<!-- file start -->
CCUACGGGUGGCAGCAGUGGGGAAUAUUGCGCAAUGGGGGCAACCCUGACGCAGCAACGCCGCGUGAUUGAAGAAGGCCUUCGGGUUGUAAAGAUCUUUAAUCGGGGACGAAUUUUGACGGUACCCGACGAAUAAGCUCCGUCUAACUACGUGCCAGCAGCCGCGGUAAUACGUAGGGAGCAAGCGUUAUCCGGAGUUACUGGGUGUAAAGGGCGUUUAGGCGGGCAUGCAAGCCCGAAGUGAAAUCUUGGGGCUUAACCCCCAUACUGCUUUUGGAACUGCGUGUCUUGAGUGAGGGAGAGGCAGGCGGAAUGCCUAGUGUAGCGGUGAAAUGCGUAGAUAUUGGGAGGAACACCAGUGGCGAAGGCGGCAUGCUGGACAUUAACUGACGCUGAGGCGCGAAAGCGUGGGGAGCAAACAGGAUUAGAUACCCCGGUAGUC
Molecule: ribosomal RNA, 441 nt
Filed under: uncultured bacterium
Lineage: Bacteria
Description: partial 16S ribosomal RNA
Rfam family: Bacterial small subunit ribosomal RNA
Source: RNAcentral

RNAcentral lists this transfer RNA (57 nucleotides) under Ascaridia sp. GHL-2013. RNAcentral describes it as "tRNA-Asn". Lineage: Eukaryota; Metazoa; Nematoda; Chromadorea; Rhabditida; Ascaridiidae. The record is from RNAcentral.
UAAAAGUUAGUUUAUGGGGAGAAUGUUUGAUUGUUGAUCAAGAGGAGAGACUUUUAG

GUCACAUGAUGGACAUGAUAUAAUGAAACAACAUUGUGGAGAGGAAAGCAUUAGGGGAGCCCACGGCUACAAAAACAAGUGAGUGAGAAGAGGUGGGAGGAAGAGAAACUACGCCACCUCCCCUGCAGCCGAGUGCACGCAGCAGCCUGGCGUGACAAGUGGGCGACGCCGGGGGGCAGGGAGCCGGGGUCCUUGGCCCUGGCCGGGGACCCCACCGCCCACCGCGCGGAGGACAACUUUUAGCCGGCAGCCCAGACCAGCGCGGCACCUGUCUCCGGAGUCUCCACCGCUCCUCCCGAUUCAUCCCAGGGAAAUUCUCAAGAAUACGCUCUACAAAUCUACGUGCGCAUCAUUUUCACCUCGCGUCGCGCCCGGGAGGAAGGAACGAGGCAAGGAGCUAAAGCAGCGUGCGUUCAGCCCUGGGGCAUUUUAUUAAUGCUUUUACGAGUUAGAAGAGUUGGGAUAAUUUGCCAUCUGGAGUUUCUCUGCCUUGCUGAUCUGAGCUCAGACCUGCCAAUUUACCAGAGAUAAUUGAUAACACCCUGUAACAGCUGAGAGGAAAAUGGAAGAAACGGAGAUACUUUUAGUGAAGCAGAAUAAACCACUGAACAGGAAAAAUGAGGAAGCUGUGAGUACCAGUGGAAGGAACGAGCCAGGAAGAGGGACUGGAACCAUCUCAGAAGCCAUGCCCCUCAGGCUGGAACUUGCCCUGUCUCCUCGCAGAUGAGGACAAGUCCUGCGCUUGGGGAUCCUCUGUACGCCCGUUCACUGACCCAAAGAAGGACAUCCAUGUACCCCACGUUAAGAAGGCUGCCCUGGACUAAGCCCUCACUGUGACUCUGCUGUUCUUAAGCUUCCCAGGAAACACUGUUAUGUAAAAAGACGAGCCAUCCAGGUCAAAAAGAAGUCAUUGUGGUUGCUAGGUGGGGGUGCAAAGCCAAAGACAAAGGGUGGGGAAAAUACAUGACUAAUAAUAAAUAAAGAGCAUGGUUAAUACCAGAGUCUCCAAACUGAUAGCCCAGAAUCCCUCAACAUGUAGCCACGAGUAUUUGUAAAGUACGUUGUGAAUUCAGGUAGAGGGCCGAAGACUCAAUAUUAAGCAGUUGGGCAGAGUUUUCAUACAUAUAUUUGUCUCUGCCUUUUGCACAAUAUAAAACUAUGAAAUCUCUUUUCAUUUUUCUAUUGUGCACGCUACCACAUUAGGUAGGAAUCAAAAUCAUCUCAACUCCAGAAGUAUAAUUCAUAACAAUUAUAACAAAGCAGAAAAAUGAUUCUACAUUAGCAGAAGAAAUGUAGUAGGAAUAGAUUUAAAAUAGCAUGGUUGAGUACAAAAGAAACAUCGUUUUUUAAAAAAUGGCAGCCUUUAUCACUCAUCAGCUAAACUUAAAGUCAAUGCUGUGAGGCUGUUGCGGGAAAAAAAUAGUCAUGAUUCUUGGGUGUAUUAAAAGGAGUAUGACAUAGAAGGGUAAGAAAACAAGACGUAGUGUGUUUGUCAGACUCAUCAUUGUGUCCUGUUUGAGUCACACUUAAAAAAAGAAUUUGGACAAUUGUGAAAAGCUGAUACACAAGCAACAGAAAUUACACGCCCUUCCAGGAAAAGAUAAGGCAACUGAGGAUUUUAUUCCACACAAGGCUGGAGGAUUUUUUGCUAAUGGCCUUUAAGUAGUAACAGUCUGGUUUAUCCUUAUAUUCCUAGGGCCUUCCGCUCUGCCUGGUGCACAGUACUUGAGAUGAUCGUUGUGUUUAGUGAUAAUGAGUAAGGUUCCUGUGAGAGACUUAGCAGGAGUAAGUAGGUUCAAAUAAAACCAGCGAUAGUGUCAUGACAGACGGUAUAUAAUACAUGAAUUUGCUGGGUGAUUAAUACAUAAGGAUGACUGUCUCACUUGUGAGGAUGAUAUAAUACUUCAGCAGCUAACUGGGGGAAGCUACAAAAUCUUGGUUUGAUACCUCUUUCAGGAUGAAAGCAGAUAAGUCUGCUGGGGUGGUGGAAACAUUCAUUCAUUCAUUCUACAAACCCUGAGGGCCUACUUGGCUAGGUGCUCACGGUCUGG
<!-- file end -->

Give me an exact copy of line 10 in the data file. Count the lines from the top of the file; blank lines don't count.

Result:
GUCACAUGAUGGACAUGAUAUAAUGAAACAACAUUGUGGAGAGGAAAGCAUUAGGGGAGCCCACGGCUACAAAAACAAGUGAGUGAGAAGAGGUGGGAGGAAGAGAAACUACGCCACCUCCCCUGCAGCCGAGUGCACGCAGCAGCCUGGCGUGACAAGUGGGCGACGCCGGGGGGCAGGGAGCCGGGGUCCUUGGCCCUGGCCGGGGACCCCACCGCCCACCGCGCGGAGGACAACUUUUAGCCGGCAGCCCAGACCAGCGCGGCACCUGUCUCCGGAGUCUCCACCGCUCCUCCCGAUUCAUCCCAGGGAAAUUCUCAAGAAUACGCUCUACAAAUCUACGUGCGCAUCAUUUUCACCUCGCGUCGCGCCCGGGAGGAAGGAACGAGGCAAGGAGCUAAAGCAGCGUGCGUUCAGCCCUGGGGCAUUUUAUUAAUGCUUUUACGAGUUAGAAGAGUUGGGAUAAUUUGCCAUCUGGAGUUUCUCUGCCUUGCUGAUCUGAGCUCAGACCUGCCAAUUUACCAGAGAUAAUUGAUAACACCCUGUAACAGCUGAGAGGAAAAUGGAAGAAACGGAGAUACUUUUAGUGAAGCAGAAUAAACCACUGAACAGGAAAAAUGAGGAAGCUGUGAGUACCAGUGGAAGGAACGAGCCAGGAAGAGGGACUGGAACCAUCUCAGAAGCCAUGCCCCUCAGGCUGGAACUUGCCCUGUCUCCUCGCAGAUGAGGACAAGUCCUGCGCUUGGGGAUCCUCUGUACGCCCGUUCACUGACCCAAAGAAGGACAUCCAUGUACCCCACGUUAAGAAGGCUGCCCUGGACUAAGCCCUCACUGUGACUCUGCUGUUCUUAAGCUUCCCAGGAAACACUGUUAUGUAAAAAGACGAGCCAUCCAGGUCAAAAAGAAGUCAUUGUGGUUGCUAGGUGGGGGUGCAAAGCCAAAGACAAAGGGUGGGGAAAAUACAUGACUAAUAAUAAAUAAAGAGCAUGGUUAAUACCAGAGUCUCCAAACUGAUAGCCCAGAAUCCCUCAACAUGUAGCCACGAGUAUUUGUAAAGUACGUUGUGAAUUCAGGUAGAGGGCCGAAGACUCAAUAUUAAGCAGUUGGGCAGAGUUUUCAUACAUAUAUUUGUCUCUGCCUUUUGCACAAUAUAAAACUAUGAAAUCUCUUUUCAUUUUUCUAUUGUGCACGCUACCACAUUAGGUAGGAAUCAAAAUCAUCUCAACUCCAGAAGUAUAAUUCAUAACAAUUAUAACAAAGCAGAAAAAUGAUUCUACAUUAGCAGAAGAAAUGUAGUAGGAAUAGAUUUAAAAUAGCAUGGUUGAGUACAAAAGAAACAUCGUUUUUUAAAAAAUGGCAGCCUUUAUCACUCAUCAGCUAAACUUAAAGUCAAUGCUGUGAGGCUGUUGCGGGAAAAAAAUAGUCAUGAUUCUUGGGUGUAUUAAAAGGAGUAUGACAUAGAAGGGUAAGAAAACAAGACGUAGUGUGUUUGUCAGACUCAUCAUUGUGUCCUGUUUGAGUCACACUUAAAAAAAGAAUUUGGACAAUUGUGAAAAGCUGAUACACAAGCAACAGAAAUUACACGCCCUUCCAGGAAAAGAUAAGGCAACUGAGGAUUUUAUUCCACACAAGGCUGGAGGAUUUUUUGCUAAUGGCCUUUAAGUAGUAACAGUCUGGUUUAUCCUUAUAUUCCUAGGGCCUUCCGCUCUGCCUGGUGCACAGUACUUGAGAUGAUCGUUGUGUUUAGUGAUAAUGAGUAAGGUUCCUGUGAGAGACUUAGCAGGAGUAAGUAGGUUCAAAUAAAACCAGCGAUAGUGUCAUGACAGACGGUAUAUAAUACAUGAAUUUGCUGGGUGAUUAAUACAUAAGGAUGACUGUCUCACUUGUGAGGAUGAUAUAAUACUUCAGCAGCUAACUGGGGGAAGCUACAAAAUCUUGGUUUGAUACCUCUUUCAGGAUGAAAGCAGAUAAGUCUGCUGGGGUGGUGGAAACAUUCAUUCAUUCAUUCUACAAACCCUGAGGGCCUACUUGGCUAGGUGCUCACGGUCUGG